UNDERNEWS

Undernews is the online report of the Progressive Review, edited by Sam Smith, who has covered Washington during all or part of one quarter of America's presidencies and edited alternative journals since 1964. The Review has been on the web since 1995. See main page for full contents

February 2, 2009

CLINTON'S WELFARE PROGRAM BOMBING IN RECESSION

NY Times - Despite soaring unemployment and the worst economic crisis in decades, 18 states cut their welfare rolls last year, and nationally the number of people receiving cash assistance remained at or near the lowest in more than 40 years.

The trends, based on an analysis of new state data collected by The New York Times, raise questions about how well a revamped welfare system with great state discretion is responding to growing hardships. . .

The deepening recession offers a fresh challenge to the program, which was passed by a Republican Congress and signed by President Bill Clinton in 1996 amid bitter protest and became one of the most closely watched social experiments in modern memory.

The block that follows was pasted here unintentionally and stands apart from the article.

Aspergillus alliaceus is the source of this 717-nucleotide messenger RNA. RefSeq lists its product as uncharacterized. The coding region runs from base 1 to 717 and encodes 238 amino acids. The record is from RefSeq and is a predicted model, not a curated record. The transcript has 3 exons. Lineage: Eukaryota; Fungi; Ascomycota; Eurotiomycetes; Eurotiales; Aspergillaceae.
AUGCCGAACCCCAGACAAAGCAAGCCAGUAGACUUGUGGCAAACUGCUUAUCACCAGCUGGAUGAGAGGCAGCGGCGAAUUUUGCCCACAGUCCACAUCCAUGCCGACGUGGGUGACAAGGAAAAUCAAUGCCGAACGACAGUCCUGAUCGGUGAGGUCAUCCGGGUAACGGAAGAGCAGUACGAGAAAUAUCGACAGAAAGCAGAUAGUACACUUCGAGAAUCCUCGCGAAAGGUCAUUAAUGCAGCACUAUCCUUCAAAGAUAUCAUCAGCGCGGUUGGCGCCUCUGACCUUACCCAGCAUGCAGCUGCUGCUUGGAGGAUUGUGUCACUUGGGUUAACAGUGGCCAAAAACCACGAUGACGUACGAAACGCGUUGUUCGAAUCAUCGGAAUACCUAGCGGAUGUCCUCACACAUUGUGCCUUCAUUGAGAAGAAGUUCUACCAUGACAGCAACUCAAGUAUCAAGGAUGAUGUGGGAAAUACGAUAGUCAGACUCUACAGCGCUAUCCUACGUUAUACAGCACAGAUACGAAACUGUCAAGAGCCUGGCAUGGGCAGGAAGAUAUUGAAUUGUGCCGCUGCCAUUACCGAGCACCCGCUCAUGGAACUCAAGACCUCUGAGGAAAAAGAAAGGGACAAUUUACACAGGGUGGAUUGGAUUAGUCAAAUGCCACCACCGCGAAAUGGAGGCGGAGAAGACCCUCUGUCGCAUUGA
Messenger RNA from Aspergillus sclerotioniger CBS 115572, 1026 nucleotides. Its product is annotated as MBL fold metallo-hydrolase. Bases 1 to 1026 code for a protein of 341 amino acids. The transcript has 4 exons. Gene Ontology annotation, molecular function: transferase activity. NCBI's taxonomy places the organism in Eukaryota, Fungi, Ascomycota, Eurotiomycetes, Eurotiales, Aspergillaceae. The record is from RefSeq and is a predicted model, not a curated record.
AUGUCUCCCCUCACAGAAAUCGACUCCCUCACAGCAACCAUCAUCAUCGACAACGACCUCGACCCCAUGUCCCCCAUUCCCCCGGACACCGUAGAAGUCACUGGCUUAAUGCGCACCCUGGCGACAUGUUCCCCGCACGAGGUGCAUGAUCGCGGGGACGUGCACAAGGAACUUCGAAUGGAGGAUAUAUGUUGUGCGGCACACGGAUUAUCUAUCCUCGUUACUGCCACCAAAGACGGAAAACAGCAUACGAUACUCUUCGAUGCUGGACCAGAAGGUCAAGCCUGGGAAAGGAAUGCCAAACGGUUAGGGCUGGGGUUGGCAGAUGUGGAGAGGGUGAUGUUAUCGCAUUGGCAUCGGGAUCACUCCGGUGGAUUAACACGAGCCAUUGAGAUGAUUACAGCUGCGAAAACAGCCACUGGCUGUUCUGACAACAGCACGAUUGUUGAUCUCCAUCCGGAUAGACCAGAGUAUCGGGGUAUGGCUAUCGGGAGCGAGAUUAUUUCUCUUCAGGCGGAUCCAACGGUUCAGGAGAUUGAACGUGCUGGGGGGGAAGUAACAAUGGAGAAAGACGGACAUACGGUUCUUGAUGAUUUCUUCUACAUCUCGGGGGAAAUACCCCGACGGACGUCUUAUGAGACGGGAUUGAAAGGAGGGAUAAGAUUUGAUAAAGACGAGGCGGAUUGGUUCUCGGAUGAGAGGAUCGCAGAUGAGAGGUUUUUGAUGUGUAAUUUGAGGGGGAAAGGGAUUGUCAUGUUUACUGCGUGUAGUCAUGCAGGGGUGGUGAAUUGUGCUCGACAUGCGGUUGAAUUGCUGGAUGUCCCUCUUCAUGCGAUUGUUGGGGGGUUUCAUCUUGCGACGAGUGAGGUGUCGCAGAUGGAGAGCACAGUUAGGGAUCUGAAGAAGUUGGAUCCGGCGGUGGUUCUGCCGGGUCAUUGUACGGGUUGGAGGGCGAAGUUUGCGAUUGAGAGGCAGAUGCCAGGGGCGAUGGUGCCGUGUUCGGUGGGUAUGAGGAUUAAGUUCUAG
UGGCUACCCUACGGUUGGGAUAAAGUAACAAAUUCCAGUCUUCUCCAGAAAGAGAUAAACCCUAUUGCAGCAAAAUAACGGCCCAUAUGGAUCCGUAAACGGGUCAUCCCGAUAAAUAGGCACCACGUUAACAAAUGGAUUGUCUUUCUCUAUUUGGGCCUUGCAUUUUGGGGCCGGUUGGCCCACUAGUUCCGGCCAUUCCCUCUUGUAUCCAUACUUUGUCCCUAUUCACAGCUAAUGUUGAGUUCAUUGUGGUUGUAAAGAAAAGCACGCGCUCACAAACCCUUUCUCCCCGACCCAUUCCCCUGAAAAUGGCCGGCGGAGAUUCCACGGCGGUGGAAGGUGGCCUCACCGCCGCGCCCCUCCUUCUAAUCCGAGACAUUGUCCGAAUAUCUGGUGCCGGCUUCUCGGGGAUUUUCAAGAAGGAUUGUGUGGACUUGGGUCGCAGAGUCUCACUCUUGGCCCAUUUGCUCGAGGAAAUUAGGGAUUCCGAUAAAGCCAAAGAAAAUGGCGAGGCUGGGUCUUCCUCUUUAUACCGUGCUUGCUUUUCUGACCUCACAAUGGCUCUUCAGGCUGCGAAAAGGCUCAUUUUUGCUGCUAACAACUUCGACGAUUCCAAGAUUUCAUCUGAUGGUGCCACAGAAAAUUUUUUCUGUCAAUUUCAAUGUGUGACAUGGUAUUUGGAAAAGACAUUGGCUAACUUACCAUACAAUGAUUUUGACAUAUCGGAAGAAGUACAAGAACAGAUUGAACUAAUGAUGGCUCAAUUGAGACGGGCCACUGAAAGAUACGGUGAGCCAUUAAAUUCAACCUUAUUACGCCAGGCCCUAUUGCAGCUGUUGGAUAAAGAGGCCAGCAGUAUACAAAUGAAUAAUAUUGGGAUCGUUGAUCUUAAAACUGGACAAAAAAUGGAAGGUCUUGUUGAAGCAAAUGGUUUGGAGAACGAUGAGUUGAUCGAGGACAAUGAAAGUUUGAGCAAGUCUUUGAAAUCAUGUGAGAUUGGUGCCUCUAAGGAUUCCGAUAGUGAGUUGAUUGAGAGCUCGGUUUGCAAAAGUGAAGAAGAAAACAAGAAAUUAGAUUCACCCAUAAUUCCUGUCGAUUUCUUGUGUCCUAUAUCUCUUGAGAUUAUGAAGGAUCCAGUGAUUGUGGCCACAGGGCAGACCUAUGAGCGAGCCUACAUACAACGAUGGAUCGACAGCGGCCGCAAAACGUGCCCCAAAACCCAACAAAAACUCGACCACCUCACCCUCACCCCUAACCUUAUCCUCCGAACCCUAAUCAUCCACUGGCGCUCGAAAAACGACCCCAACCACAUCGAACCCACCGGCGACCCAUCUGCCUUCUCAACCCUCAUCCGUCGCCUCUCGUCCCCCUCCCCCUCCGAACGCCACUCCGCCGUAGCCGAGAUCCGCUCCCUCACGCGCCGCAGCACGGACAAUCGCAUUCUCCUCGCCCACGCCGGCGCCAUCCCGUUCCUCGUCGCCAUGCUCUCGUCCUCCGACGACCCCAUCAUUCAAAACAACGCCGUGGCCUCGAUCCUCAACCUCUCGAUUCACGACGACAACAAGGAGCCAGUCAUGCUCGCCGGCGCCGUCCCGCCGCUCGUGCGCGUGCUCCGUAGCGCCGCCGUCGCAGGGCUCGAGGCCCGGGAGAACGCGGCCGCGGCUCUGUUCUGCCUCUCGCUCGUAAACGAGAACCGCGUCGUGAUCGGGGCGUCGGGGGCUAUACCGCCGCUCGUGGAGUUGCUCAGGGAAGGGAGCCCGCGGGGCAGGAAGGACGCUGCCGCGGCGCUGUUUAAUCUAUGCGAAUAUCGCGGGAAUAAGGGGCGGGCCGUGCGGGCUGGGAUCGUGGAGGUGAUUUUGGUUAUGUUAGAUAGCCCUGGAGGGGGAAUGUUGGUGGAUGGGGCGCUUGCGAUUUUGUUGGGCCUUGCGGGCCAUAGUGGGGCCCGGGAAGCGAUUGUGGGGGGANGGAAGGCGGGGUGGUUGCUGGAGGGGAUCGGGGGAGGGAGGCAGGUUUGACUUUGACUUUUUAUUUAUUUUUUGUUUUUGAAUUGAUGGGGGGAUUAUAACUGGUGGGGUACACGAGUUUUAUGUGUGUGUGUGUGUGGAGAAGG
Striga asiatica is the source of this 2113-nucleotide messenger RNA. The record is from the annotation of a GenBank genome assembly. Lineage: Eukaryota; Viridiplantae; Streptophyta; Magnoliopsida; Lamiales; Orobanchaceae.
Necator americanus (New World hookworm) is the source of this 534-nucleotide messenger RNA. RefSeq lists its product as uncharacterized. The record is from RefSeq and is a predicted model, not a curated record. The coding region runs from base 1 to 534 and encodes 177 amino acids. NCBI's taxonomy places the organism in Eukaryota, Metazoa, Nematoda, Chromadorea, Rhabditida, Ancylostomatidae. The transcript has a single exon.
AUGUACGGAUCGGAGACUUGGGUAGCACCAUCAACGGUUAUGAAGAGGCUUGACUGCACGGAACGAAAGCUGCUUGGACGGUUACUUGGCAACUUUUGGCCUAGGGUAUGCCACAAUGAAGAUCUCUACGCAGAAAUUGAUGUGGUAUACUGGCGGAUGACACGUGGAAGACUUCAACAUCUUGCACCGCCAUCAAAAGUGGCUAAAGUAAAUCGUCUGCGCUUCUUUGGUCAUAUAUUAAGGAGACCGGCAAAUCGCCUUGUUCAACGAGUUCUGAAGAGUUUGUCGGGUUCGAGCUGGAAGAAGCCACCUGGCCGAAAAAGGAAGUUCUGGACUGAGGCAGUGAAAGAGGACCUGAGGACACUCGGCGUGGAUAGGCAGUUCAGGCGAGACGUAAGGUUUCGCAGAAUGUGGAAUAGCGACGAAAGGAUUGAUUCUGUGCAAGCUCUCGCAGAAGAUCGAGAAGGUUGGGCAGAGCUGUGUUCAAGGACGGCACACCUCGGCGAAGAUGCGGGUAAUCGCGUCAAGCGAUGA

The program, which mostly serves single mothers, ended a 60-year-old entitlement to cash aid, replacing it with time limits and work requirements, and giving states latitude to discourage people from joining the welfare rolls. While it was widely praised in the boom years that followed, skeptics warned it would fail the needy when times turned tough. . .

Even some of the program's staunchest defenders are alarmed. "There is ample reason to be concerned here," said Ron Haskins, a former Republican Congressional aide who helped write the 1996 law overhauling the welfare system. "The overall structure is not working the way it was designed to work. We would expect, just on the face it, that when a deep recession happens, people could go back on welfare.". . .

Born from Mr. Clinton's pledge to "end welfare as we know it," the new program brought furious protests from people who predicted the poor would suffer. Then millions of people quickly left the rolls, employment rates rose and child poverty plunged.

But the economy of the late 1990s was unusually strong, and even then critics warned that officials placed too much stress on caseload reduction.

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